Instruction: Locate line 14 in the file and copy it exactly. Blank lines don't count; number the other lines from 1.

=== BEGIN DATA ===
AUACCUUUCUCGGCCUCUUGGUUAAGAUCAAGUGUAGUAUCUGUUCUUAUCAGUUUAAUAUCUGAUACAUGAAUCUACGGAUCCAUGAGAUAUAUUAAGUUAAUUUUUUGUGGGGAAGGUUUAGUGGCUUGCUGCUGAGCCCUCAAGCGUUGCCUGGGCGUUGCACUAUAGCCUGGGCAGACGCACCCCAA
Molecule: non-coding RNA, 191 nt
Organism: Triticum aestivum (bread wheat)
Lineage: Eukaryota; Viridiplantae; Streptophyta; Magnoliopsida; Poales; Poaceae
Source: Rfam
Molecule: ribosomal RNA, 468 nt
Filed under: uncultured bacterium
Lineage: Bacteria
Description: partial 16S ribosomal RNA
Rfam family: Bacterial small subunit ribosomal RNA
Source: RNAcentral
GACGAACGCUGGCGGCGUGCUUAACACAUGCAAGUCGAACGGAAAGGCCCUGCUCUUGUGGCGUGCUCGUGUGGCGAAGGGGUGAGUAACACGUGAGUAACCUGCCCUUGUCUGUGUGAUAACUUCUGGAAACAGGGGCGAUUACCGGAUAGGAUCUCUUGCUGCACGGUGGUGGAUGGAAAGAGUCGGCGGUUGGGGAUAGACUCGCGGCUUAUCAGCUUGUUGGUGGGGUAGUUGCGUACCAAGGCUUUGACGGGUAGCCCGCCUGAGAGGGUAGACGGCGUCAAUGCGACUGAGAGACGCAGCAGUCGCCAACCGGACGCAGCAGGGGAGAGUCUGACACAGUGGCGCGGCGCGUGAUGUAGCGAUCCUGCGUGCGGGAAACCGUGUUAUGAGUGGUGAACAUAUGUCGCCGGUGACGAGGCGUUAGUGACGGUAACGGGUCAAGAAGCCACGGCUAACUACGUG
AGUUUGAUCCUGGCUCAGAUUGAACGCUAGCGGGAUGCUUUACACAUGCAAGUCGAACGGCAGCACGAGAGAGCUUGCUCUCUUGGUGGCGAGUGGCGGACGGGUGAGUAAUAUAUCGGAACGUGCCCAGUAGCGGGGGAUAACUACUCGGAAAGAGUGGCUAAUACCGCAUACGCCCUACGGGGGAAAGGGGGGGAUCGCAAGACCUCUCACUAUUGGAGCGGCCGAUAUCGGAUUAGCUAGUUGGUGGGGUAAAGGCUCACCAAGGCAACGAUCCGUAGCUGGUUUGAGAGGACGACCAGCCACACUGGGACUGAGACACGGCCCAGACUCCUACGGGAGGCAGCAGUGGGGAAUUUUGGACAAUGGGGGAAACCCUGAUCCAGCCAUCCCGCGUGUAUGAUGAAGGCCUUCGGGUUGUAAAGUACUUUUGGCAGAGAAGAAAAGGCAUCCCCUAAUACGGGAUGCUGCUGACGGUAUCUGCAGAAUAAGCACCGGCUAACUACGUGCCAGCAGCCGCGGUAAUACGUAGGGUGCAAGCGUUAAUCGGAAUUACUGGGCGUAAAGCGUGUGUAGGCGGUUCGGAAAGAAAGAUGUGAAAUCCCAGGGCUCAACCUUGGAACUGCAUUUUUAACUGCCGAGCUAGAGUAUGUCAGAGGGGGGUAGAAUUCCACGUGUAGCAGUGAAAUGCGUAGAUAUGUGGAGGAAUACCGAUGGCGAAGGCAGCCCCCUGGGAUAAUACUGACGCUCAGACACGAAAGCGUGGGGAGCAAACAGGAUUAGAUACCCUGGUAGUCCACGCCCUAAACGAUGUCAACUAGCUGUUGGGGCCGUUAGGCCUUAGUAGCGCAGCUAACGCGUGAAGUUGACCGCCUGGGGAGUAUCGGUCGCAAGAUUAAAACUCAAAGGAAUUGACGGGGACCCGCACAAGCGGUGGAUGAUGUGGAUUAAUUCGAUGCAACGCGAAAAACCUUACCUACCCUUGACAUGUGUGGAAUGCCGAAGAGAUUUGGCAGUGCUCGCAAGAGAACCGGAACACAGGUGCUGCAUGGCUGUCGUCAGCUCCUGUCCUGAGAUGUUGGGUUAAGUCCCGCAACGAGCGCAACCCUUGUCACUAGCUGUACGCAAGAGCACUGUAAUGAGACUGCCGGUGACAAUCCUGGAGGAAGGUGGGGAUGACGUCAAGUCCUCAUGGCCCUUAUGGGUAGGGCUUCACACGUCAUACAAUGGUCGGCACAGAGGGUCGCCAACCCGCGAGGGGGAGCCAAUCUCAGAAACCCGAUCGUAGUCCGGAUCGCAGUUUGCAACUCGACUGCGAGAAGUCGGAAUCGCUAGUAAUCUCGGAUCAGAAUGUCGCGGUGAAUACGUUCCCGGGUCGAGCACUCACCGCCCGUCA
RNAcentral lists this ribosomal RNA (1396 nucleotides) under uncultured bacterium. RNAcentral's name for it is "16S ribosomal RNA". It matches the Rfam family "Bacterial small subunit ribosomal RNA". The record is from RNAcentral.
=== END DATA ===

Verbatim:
RNAcentral lists this ribosomal RNA (1396 nucleotides) under uncultured bacterium. RNAcentral's name for it is "16S ribosomal RNA". It matches the Rfam family "Bacterial small subunit ribosomal RNA". The record is from RNAcentral.